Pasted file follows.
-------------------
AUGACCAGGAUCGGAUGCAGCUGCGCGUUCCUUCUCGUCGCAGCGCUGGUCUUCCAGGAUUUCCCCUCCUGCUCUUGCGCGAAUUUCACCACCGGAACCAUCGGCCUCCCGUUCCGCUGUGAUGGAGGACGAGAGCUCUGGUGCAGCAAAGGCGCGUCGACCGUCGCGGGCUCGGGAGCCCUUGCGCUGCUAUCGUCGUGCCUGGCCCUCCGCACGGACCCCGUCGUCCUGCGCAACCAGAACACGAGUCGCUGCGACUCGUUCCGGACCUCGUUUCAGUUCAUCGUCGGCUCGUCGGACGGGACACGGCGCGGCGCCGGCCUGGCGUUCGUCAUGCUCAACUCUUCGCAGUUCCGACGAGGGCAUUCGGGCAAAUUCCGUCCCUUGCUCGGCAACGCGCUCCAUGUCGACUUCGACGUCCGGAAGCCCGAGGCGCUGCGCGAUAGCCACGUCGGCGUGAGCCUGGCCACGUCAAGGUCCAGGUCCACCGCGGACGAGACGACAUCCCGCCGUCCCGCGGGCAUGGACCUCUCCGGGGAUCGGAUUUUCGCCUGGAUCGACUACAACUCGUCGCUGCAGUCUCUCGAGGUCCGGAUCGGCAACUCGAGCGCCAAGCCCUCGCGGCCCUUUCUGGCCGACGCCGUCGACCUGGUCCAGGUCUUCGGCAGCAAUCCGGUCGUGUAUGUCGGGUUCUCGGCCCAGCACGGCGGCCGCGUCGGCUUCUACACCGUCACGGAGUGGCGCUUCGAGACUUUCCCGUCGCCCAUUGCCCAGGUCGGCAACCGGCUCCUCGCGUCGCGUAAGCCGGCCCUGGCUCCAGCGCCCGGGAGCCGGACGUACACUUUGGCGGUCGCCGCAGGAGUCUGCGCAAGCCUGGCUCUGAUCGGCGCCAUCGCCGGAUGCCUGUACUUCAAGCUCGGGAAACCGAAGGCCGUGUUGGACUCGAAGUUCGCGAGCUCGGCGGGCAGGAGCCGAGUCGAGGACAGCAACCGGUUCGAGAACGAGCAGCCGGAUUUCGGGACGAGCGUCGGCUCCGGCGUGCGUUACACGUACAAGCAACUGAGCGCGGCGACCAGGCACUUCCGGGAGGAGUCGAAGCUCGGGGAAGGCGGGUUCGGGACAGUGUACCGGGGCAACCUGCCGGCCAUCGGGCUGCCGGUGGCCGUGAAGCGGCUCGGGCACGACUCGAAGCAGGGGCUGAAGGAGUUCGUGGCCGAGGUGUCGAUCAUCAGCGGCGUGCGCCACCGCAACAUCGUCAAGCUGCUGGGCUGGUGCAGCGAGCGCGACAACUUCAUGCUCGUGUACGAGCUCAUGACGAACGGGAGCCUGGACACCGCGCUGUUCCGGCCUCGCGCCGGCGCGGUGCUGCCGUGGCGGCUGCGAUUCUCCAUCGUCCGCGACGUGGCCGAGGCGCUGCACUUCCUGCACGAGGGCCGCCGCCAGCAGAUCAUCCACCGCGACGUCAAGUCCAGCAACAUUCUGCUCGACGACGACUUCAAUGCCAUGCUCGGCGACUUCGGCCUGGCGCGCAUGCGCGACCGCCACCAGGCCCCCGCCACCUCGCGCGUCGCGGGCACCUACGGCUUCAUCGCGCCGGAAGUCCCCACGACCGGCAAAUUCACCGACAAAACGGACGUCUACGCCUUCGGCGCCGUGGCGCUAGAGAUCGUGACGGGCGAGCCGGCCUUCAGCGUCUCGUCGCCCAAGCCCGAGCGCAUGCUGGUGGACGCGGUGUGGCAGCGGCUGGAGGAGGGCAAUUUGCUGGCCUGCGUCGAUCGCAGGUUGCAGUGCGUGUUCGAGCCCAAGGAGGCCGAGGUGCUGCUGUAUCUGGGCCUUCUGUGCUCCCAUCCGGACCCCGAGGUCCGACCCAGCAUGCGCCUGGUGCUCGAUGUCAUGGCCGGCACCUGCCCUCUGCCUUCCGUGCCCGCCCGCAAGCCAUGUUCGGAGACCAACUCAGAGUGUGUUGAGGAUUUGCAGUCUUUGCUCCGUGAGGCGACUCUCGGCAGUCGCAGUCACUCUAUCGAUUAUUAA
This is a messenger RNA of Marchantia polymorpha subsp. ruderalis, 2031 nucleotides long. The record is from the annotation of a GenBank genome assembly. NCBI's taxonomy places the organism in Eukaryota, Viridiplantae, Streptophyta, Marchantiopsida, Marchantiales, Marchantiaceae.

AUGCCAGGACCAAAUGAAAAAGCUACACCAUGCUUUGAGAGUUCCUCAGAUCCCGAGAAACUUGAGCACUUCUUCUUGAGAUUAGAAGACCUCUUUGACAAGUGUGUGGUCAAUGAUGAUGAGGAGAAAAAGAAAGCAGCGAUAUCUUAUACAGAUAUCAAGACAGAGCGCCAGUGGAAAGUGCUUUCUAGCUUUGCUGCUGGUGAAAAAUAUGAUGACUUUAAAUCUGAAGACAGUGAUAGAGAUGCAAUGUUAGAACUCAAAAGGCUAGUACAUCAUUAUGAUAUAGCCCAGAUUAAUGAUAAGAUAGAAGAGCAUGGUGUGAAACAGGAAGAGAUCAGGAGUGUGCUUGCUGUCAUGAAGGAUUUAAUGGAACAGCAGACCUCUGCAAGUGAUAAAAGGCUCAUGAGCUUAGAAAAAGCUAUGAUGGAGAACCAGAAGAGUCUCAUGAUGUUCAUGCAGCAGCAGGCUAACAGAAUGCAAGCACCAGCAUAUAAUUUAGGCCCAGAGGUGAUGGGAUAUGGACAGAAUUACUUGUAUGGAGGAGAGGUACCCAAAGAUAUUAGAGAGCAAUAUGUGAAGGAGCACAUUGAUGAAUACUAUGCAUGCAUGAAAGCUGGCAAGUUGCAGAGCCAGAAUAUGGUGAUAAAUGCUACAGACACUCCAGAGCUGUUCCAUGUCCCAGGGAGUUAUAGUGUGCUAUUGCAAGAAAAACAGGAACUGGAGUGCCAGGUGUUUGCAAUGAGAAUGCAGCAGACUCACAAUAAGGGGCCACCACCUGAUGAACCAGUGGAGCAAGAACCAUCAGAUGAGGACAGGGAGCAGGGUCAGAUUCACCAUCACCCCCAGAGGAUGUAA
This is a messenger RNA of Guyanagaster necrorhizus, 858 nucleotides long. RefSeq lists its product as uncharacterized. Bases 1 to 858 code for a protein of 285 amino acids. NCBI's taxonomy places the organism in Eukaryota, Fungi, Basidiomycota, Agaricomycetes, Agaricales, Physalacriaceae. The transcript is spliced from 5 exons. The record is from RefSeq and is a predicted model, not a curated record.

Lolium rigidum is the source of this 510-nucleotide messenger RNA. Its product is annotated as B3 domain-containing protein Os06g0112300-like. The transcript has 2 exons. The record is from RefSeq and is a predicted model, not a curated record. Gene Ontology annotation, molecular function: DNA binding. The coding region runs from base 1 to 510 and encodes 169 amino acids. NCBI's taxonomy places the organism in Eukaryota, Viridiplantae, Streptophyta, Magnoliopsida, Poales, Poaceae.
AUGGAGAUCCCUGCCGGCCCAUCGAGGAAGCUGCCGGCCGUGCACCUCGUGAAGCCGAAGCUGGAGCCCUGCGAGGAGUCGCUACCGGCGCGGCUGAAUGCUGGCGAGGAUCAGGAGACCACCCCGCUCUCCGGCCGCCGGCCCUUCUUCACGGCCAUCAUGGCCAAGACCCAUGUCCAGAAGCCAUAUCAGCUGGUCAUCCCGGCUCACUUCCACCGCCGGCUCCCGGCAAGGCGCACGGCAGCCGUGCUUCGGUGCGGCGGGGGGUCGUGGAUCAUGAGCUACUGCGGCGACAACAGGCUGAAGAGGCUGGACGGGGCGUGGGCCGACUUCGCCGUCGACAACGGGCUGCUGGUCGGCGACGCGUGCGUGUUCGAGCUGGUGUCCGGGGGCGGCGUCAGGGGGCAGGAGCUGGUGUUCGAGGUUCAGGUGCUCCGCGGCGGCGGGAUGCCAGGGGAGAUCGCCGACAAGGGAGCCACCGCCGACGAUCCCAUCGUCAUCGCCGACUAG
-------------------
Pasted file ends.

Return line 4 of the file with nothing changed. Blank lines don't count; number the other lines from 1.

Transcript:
This is a messenger RNA of Guyanagaster necrorhizus, 858 nucleotides long. RefSeq lists its product as uncharacterized. Bases 1 to 858 code for a protein of 285 amino acids. NCBI's taxonomy places the organism in Eukaryota, Fungi, Basidiomycota, Agaricomycetes, Agaricales, Physalacriaceae. The transcript is spliced from 5 exons. The record is from RefSeq and is a predicted model, not a curated record.